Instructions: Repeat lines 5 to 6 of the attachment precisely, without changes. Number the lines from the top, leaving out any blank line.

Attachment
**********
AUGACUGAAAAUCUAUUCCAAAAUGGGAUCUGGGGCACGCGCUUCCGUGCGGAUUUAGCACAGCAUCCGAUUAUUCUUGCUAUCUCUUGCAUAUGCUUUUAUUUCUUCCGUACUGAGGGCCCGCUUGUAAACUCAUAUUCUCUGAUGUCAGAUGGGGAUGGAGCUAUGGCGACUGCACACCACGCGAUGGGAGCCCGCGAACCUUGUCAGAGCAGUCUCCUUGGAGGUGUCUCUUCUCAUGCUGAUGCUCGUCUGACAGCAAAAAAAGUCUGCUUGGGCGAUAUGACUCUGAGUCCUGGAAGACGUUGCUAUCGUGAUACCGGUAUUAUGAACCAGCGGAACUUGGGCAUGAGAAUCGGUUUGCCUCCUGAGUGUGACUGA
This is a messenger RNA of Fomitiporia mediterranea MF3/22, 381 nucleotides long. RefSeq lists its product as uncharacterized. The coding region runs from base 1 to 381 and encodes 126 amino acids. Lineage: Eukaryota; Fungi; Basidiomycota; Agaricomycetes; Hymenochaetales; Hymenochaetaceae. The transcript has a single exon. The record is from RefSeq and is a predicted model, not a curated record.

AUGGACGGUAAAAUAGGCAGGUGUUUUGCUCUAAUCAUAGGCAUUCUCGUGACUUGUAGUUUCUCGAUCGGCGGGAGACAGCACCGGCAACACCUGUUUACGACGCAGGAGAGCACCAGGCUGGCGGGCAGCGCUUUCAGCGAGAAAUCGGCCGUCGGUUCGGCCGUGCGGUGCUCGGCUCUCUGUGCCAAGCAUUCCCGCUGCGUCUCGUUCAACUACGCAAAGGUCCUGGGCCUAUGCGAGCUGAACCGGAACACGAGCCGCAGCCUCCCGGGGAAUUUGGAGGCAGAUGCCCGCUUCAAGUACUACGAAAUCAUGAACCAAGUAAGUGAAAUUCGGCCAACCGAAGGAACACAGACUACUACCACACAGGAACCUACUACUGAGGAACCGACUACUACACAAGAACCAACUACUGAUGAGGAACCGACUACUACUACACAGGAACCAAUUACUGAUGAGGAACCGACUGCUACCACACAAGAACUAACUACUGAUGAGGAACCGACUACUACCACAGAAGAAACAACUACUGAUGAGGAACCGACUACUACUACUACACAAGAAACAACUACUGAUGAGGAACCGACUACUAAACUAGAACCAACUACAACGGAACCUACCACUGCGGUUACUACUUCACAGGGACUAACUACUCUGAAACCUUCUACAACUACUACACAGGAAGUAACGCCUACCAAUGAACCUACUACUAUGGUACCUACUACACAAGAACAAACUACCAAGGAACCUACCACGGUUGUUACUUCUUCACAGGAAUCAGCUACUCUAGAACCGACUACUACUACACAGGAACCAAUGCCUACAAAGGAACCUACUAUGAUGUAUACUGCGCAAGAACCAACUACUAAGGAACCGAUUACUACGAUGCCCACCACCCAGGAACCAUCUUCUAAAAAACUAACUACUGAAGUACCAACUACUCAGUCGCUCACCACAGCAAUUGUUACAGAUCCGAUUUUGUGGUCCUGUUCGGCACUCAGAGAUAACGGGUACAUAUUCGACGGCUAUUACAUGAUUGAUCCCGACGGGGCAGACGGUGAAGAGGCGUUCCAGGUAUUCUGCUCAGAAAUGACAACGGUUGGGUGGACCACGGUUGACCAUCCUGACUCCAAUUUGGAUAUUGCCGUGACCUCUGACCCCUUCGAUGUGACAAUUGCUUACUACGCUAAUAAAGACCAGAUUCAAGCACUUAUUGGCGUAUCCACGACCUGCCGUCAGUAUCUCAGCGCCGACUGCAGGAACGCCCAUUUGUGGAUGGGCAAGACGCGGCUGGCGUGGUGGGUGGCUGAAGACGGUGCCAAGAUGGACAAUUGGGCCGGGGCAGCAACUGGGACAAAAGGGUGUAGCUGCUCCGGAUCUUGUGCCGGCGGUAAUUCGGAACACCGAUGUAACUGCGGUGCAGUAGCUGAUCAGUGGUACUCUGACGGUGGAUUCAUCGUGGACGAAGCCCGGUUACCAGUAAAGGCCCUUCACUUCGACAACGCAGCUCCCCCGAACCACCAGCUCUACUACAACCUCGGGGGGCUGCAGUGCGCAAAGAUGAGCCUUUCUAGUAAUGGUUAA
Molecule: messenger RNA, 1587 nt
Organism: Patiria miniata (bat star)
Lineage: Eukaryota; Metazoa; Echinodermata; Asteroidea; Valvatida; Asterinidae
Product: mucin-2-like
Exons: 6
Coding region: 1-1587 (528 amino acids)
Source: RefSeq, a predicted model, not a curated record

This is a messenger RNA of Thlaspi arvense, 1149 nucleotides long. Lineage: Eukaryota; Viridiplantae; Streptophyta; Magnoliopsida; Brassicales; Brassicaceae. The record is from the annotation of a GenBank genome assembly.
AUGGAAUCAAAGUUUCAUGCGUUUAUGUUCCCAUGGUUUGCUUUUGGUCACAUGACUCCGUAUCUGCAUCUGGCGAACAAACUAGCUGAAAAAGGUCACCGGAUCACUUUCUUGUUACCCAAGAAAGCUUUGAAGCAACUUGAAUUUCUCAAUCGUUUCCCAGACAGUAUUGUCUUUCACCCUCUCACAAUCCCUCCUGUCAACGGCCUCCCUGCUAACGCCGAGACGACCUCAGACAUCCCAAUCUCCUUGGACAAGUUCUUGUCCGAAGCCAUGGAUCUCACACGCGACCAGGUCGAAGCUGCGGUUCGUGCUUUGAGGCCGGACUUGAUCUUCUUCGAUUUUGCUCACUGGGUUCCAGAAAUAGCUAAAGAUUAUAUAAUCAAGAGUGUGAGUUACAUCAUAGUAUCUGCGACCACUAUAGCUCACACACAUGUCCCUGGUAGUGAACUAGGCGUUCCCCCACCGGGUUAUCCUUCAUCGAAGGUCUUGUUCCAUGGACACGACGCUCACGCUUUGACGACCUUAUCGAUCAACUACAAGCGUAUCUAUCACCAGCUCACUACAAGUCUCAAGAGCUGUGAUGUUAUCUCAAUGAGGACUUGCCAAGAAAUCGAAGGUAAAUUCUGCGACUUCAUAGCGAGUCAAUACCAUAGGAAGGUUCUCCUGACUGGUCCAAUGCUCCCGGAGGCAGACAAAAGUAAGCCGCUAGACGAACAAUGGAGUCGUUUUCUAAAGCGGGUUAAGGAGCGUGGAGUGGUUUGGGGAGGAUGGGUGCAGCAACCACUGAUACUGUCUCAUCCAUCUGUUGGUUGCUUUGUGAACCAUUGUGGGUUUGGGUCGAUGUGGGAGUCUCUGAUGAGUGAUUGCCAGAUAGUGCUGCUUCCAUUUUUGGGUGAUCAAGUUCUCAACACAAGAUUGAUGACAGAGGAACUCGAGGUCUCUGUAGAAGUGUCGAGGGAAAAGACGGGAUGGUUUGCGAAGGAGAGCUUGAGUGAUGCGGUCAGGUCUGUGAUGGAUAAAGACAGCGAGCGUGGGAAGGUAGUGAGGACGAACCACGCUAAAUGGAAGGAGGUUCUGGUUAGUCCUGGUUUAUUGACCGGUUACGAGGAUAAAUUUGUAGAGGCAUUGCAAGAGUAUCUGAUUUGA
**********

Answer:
Organism: Patiria miniata (bat star)
Lineage: Eukaryota; Metazoa; Echinodermata; Asteroidea; Valvatida; Asterinidae